After severe head trauma, the burden of “invisible” sequelae


SURVEY – Mood swings, concentration and memory problems, impaired decision-making… Perhaps even more than physical handicaps, cognitive disorders represent a challenge for survivors and their families.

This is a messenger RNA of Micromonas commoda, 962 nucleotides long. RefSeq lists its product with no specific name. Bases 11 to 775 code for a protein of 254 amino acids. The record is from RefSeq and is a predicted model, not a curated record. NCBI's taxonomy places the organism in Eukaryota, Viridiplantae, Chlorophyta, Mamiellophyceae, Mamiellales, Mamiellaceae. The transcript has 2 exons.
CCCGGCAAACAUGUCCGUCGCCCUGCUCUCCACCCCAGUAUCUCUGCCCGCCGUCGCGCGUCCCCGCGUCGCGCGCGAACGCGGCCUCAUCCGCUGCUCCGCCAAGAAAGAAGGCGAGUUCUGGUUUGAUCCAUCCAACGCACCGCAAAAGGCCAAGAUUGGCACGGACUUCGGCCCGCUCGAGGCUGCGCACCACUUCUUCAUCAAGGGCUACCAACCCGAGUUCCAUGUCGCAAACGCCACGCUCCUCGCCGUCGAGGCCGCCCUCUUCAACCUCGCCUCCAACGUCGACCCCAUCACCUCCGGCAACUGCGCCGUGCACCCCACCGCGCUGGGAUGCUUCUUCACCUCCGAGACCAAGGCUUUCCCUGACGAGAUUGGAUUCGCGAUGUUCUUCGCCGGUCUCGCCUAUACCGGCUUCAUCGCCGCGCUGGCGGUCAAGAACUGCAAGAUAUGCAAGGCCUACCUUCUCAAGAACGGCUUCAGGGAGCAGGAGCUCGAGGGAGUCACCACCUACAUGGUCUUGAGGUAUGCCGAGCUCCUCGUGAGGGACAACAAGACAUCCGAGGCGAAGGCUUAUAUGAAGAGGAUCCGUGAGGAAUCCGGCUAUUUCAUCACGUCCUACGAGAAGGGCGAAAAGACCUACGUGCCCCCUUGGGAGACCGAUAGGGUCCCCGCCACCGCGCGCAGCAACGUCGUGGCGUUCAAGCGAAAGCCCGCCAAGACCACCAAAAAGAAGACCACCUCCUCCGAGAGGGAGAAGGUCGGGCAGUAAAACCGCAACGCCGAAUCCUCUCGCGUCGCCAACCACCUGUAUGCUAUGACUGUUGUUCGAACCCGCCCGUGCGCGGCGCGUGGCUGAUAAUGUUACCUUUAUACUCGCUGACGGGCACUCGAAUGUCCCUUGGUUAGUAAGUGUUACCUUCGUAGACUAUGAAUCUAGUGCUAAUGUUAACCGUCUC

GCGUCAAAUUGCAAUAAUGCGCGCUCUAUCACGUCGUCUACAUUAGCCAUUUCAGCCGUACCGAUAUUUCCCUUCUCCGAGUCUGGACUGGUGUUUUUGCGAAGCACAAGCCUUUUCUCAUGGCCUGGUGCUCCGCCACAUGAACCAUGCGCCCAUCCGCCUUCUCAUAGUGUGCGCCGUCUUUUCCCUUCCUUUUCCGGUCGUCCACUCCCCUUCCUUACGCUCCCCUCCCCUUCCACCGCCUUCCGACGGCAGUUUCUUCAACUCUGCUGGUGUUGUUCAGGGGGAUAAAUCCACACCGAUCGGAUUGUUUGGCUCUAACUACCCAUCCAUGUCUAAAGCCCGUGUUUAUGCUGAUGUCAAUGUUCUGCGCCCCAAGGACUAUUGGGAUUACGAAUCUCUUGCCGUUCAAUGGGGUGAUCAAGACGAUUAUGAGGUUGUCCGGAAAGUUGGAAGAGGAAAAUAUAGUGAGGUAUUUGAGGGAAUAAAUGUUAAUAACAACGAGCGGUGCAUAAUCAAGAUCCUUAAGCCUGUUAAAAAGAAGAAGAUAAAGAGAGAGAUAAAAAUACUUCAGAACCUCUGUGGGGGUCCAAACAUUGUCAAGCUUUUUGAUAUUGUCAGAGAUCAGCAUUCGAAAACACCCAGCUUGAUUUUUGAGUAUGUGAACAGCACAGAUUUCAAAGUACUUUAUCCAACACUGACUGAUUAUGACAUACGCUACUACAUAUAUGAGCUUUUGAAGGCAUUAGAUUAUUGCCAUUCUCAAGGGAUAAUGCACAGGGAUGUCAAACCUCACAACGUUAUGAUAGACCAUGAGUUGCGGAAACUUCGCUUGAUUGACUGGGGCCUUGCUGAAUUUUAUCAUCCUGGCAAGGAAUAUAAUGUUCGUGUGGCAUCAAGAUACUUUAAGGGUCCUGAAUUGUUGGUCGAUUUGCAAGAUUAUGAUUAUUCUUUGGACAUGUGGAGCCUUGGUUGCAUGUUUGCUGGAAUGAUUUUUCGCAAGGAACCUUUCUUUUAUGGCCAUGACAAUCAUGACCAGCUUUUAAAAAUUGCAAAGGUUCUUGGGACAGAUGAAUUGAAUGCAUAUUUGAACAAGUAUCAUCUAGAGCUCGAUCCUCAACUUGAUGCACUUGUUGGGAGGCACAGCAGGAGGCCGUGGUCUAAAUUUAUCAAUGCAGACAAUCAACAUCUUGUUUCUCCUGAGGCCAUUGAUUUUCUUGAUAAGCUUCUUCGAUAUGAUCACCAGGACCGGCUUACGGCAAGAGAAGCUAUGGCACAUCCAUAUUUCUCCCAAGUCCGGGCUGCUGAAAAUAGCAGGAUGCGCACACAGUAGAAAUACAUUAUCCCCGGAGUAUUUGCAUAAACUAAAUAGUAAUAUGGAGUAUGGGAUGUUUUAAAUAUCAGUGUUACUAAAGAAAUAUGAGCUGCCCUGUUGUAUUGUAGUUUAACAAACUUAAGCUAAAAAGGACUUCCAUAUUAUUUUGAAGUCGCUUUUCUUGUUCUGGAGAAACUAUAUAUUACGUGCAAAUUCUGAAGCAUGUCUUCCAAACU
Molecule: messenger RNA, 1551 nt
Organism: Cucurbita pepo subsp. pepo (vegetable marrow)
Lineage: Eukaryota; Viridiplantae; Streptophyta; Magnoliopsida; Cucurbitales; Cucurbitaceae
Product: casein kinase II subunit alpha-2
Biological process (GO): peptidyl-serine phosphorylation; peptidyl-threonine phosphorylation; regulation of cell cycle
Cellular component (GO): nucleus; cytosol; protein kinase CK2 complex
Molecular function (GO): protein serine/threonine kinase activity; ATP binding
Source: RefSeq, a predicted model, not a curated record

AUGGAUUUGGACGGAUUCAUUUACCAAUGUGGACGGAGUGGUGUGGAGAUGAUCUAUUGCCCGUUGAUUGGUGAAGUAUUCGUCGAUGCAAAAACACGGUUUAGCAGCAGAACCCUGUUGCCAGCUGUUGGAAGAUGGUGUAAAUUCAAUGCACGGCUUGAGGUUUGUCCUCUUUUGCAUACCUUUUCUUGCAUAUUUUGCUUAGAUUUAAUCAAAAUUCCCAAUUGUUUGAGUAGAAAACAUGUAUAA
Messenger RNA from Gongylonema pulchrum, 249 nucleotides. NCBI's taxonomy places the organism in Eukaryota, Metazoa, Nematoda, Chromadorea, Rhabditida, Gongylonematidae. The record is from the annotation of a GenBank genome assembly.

Road accidents, falls, violent shocks to the head during a sporting activity, assaults… Each year, approximately 150,000 people are victims of a cranial trauma in France. Men, young adults, children under 4 and seniors are the first victims. Fortunately, 80% of these injuries are minor and cause little or no sequelae. But for others, the trauma will turn out to be moderate or severe. Following the impact between the brain and the cranium, cerebral lesions such as hematomas in or around the brain may form, and/or an edema appear… These lesions affect the state of consciousness of the accident victims who may lose consciousness or plunge into a coma as a result of the shock. It is also on this criterion that the doctors, immediately at the scene of the accident, assess the severity of the trauma using the Glasgow score (read box below). The lower this score, the more the trauma is considered severe.

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